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Moderate exercise, dieting may reduce risk of C-section, gestational diabetes

Pearl Toh
28 Jul 2017

A healthy diet and regular exercise during pregnancy can limit gestational weight gain without adverse effects on offspring outcomes, along with reduced risks of caesarean section and gestational diabetes, according to a systematic review and meta-analysis by the i-WIP* Collaborative Group.

“Our findings are important because it is often thought that pregnant women shouldn’t exercise because it may harm the baby. But we show that the babies are not affected by physical activity or dieting,” said senior author Professor Shakila Thangaratinam from Barts Research Centre for Women’s Health at Queen Mary University of London, UK.

Pregnant women who received diet- and physical activity-based interventions gained an average of 0.7 kg less weight than those who did not undergo intervention (control group), and the difference between groups was significant after adjustment for baseline weight and clustering. [BMJ 2017;358:j3119]    

Women in the intervention group were also significantly less likely to undergo caesarean section compared with control (odds ratio [OR], 0.91, 95 percent confidence interval [CI], 0.83–0.99).

Evidence of benefit in terms of reduction in gestational diabetes risk was significant in particular among interventions based mainly on physical activity (OR, 0.67, 95 percent CI, 0.44–0.99), although the difference between groups was not statistically significant in the overall individual participant data meta-analysis comparing diet and exercise based interventions with routine care.

The results remained across subgroup analyses based on maternal baseline characteristics such as body mass index (BMI), age, parity, ethnicity, and medical comorbidities.

Also, no significant effect was observed with interventions during pregnancy on offspring outcomes, including stillbirth, small/large for gestational age foetus, and admission to a neonatal intensive care unit.

“Mothers should be reassured about the safety of the interventions, particularly on physical activity and structured exercise in pregnancy, by highlighting the benefits and lack of harm. This may improve engagement and compliance with the intervention,” advised Thangaratinam and co-authors. 

“This should be part of routine advice in pregnancy, given by practitioners as well as midwives. Now that we’re able to link the advice to why it’s beneficial for mothers-to-be, we hope mothers are more likely to adopt these lifestyle changes,” Thangaratinam added.

The meta-analysis included 36 trials comprising individual participant data of 12,526 pregnant women who were randomized to interventions based on diet and/or physical activity of moderate intensity or routine care.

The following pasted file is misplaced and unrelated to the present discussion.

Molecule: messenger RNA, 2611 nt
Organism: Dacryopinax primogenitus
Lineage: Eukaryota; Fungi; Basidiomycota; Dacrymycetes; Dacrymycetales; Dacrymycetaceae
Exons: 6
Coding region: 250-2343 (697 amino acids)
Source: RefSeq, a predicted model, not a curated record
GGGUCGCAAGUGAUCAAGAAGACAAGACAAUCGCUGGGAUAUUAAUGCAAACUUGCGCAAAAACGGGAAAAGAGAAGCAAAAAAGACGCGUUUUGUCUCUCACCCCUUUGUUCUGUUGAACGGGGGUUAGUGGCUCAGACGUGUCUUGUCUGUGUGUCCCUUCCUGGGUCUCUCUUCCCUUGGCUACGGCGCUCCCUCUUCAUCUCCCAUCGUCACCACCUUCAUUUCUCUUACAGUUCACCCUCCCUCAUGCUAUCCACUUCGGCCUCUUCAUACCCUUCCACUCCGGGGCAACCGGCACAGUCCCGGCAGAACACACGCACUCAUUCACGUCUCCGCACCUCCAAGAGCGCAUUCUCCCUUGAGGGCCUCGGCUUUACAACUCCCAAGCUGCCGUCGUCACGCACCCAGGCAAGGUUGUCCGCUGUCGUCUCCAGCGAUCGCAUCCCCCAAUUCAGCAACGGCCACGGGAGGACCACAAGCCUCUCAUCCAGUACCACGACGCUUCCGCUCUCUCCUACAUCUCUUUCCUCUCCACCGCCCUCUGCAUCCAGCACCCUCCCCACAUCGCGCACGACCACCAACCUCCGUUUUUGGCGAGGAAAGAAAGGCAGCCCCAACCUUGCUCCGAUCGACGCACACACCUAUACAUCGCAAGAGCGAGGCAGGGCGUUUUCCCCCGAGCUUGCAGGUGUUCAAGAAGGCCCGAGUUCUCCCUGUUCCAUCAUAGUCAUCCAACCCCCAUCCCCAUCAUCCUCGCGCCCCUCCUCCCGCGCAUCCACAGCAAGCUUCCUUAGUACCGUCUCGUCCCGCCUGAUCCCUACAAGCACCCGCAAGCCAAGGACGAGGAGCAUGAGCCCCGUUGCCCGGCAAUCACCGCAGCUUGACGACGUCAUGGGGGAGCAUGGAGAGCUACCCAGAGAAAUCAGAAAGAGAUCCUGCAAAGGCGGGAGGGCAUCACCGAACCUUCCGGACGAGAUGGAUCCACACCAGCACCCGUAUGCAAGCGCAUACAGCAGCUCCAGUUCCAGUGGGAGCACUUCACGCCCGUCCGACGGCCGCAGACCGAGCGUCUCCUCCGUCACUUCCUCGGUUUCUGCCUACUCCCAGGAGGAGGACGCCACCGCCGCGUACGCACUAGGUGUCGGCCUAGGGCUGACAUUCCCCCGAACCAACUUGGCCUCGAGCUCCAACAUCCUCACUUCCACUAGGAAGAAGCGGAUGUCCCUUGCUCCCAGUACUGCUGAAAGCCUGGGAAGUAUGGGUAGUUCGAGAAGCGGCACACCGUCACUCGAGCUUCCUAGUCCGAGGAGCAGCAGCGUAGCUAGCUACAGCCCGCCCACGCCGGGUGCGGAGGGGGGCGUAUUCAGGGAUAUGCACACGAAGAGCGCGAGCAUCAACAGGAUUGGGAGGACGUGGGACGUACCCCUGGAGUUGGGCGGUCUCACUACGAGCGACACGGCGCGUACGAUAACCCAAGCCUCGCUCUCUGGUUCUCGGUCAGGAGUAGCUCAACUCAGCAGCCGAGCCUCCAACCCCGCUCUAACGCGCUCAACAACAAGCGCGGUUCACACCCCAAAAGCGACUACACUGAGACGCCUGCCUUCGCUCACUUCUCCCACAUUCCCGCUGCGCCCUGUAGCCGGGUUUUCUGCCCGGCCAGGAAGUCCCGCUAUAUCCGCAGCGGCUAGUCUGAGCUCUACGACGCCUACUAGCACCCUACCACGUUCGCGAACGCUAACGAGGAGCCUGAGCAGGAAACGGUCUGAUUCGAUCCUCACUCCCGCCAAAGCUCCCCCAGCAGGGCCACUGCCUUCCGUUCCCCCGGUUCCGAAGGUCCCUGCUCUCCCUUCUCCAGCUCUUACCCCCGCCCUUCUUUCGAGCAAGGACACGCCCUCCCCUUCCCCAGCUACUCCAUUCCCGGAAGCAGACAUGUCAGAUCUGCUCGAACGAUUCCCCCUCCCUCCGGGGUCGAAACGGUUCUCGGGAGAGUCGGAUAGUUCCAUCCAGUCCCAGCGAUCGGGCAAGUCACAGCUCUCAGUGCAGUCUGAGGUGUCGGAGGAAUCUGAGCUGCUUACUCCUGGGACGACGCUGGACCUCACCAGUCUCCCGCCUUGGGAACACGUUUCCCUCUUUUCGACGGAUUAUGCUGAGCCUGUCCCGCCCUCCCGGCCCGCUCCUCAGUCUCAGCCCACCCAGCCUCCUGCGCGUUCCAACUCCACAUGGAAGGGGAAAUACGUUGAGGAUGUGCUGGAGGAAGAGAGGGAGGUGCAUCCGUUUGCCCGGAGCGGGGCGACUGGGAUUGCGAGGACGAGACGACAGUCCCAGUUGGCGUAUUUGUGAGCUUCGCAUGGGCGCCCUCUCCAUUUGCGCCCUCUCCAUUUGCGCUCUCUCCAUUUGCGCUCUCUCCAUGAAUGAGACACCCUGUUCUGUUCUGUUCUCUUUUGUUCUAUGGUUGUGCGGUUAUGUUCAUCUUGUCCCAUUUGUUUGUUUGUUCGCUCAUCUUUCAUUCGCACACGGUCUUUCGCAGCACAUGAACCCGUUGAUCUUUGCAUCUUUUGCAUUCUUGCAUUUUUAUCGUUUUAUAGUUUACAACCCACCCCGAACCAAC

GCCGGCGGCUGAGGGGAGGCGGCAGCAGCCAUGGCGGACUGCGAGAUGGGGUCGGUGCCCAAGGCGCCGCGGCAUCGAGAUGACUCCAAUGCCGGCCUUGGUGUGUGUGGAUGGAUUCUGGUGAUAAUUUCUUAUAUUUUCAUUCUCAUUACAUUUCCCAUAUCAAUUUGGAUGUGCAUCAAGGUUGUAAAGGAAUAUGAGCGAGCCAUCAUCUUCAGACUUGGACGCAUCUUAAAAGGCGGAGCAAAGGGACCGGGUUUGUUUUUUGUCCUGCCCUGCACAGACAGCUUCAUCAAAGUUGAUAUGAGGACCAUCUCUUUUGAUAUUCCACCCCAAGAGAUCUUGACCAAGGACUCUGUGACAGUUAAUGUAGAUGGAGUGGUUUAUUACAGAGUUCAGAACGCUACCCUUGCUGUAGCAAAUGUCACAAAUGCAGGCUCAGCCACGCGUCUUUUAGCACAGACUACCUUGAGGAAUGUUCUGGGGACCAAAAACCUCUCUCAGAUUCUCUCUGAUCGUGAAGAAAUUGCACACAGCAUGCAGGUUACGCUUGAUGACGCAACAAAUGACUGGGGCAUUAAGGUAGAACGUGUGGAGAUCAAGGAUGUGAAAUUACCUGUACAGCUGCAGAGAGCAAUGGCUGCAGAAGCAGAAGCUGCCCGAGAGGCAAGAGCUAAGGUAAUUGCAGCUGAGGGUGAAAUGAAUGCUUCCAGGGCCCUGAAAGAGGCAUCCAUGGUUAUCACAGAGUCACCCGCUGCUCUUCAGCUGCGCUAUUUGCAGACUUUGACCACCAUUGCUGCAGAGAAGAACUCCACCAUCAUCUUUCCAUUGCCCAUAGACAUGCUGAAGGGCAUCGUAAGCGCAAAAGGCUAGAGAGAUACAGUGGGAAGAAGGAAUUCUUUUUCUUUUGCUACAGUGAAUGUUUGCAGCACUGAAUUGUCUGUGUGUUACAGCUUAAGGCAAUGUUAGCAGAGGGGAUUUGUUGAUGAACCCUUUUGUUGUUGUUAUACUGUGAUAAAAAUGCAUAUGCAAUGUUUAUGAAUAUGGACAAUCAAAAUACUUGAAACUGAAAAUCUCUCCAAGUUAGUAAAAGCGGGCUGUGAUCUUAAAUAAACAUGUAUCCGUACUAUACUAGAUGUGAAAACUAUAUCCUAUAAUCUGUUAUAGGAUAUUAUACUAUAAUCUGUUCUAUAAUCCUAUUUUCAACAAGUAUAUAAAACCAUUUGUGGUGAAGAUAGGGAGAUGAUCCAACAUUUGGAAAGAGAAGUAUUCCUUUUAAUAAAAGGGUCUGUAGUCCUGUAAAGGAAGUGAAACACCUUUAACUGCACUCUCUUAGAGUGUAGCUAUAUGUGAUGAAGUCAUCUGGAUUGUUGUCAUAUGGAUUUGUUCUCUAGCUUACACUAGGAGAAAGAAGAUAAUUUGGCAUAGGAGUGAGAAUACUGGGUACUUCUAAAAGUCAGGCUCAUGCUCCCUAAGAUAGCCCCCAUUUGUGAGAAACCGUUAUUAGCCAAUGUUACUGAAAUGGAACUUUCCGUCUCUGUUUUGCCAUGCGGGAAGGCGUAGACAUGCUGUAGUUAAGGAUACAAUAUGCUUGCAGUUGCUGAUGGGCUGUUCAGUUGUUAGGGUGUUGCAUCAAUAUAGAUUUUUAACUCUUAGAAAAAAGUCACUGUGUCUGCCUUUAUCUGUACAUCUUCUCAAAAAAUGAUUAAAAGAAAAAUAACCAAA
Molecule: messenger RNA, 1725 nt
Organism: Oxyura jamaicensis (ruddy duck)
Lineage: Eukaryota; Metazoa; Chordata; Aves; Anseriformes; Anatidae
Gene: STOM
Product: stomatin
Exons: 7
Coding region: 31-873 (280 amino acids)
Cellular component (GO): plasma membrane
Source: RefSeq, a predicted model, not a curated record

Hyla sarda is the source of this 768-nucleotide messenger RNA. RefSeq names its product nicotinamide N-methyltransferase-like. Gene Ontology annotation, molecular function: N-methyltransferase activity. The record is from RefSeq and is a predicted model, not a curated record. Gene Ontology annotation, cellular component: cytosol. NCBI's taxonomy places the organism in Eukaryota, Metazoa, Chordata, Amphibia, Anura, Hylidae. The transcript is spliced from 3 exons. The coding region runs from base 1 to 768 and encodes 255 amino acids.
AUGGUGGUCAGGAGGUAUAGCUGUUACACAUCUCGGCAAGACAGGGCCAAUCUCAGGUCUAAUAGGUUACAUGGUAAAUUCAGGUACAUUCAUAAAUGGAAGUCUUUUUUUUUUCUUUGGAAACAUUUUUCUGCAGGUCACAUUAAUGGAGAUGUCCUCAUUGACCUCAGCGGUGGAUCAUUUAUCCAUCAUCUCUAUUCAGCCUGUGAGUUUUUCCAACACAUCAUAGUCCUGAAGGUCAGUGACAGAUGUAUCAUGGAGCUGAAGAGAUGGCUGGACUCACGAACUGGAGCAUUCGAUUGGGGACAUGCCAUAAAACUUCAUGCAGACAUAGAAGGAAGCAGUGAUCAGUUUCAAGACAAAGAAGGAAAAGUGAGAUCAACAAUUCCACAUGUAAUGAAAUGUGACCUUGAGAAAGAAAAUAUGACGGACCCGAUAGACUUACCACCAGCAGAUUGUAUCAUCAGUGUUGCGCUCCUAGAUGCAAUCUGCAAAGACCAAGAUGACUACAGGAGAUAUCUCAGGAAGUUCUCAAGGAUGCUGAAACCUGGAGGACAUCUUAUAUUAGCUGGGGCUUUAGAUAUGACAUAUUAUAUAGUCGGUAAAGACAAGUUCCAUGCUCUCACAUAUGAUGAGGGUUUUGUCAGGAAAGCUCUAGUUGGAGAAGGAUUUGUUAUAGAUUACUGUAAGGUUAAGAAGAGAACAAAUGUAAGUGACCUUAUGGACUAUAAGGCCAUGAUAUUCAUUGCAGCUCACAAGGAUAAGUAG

“Often with interventions like these, certain groups benefit more than others, but we’ve shown that diet and physical activity have a beneficial effect across all groups, irrespective of your BMI, age or ethnicity; so these interventions have the potential to benefit a huge number of people,” said Thangaratinam. 

The long-term benefits of these interventions on mother and child need to be confirmed in large randomized trials to enable detailed recommendations to be made, according to the researchers. 

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Most Read Articles
6 days ago
Intravenous (IV) iron is less toxic and more effective compared to oral iron, making it a potential frontline therapy for neonatal iron deficiency anaemia, suggests a recent study.
Shilpa Kolhe, MBBS, MD, MRCOG; Shilpa Deb, MBBS, DGO, MRCOG, 01 Aug 2012

Dysmenorrhoea is a medical condition characterized by severe uterine pain during menstruation manifesting as cyclical lower abdominal or pelvic pain, which may also radiate to the back and thighs. The term dysmenorrhoea is derived from the Greek words ‘dys’ meaning difficult, painful or abnormal, ‘meno’ meaning month, and ‘rrhea’ meaning flow. It is commonly divided into primary dysmenorrhoea, where there is no coexistent pathology, and secondary dysmenorrhoea where there is an identifiable pathological condition known to contribute to painful menstruation. Symptoms of primary dysmenorrhoea begin a few hours before the start of menstruation and are often relieved during the first few days of bleeding. The initial onset of primary dysmenorrhoea is usually shortly after menarche (6–12 months), when ovulatory cycles are established. Secondary dysmenorrhoea can also occur at any time after menarche but is most commonly observed in women in their third and fourth decade of life in association with an existing condition.

02 Dec 2014
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